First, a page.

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The Cost of Living Crisis at University


Stephen Brimble argues that there is a cost of living crisis facing students at our university, with energy, travel and accommodation prices all on the rise.

Students have to cope with the pressure of a cost of living crisis across British universities. Maintenance loans and grants are not rising with the rate of inflation. The NUS have calculated that an average student will have to find £7,693 to cover rising expenditures such as rent, food, energy and transport. One of the main issues is the rising cost of accommodation due to the demands of greedy landlords and private companies. Students in Exeter are facing the second highest accommodation cost in Britain outside of London.

Photo Credit: miguelavg via Compfight cc
Photo Credit: miguelavg via Compfight cc

More supply is needed to give students the chance to negotiate a fair deal that meets their own individual circumstances. Students should screw the landlords down on price and they should prevent them taking advantage of naivety.

There is also the rising cost of energy that is hitting students particularly hard in the winter months. Some are forced to choose between heating or eating which inevitably contributes to fuel poverty and poor health. Average energy bills have risen by £300 under this government. For many students this is unsustainable and unaffordable.

The broken energy market needs to be regulated to protect students who are particularly vulnerable. Food prices are rising four times faster than wages so it is no surprise that many students decide not to use any source of heating when living in a house.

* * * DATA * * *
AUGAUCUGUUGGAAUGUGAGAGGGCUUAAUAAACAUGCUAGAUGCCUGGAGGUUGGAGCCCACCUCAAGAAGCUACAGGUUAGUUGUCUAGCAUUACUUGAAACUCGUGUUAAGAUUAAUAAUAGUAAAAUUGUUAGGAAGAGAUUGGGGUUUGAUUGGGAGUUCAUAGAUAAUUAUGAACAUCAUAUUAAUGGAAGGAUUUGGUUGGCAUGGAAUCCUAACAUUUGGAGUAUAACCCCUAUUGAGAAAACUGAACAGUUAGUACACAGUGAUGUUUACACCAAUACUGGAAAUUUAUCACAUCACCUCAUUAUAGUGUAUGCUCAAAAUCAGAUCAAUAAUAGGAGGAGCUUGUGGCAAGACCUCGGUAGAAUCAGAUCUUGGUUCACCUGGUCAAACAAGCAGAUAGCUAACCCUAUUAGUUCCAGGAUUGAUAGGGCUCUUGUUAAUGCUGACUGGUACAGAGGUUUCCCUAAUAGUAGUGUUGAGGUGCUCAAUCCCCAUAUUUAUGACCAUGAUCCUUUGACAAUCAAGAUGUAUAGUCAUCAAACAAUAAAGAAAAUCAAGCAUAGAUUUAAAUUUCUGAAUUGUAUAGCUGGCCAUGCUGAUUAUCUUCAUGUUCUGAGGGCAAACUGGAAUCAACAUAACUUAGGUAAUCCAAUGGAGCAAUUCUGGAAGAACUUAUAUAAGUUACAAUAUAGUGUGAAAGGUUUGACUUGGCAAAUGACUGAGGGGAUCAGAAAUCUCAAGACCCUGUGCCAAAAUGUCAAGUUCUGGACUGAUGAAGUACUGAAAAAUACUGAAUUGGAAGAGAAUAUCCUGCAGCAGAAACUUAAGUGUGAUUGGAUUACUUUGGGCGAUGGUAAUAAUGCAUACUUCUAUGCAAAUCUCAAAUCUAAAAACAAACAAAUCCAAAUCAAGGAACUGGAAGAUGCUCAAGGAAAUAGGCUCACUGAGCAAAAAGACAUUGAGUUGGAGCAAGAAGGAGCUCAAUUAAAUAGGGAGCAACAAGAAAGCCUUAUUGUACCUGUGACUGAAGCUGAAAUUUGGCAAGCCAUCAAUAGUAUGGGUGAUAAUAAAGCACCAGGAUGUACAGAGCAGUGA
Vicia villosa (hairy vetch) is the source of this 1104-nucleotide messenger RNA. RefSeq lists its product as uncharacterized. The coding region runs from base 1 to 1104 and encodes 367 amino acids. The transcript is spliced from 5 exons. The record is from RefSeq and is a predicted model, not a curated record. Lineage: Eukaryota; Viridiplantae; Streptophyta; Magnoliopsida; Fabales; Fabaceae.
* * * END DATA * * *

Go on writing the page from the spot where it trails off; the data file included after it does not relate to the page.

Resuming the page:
Travel is also an issue with the majority of students regularly using public transport. Rail fares on average have risen by 20% since 2010. This is well above inflation and this prevents many students using the trains. A cap on train fares should be introduced and all political parties should consider bringing the trains back into public ownership. It makes economic sense and it is supported overwhelmingly by the public. The government are refusing to scrutinise the train and energy companies.

In order to pay for these above inflation increases, a student may decide that securing a part time job will help ease the pressure on their finances. Students are lucky if they are able to secure part time work at university. The jobs available are often poorly paid, exploitative and exhausting. It is important to reward students fairly who need to work in order to pay for the cost of living.

The minimum wage needs to be raised significantly and businesses need incentives in order to pay a living wage of £7.65 an hour. A minimum wage of £5.03 for 18-20 year olds is an insult to hard working students. The pressure of work can cause disruption to a degree for a student. Education should be the main priority in order to equip young people with the skills that are necessary for the 21st century. This is being undermined by the cost of living crisis.

These increases are hitting students hard even before the cost of books, equipment, insurance, leisure and clothes are taken into account. The goal is to provide on optimistic message for students now and for the future. To effectively tackle of the cost of living crisis at university, the government should be scrutinising the activities of broken markets.

A living wage, entrepreneurial spirit and careful budget planning could ease financial pressure. The NUS are right to condemn the activities of immoral pay day loan companies like Wonga who are targeting hard pressed students. They should be strictly regulated to prevent interest rates of 4,214%. Students through the NUS should work collectively in order to campaign for increases in student loans and grants.

Stephen Brimble

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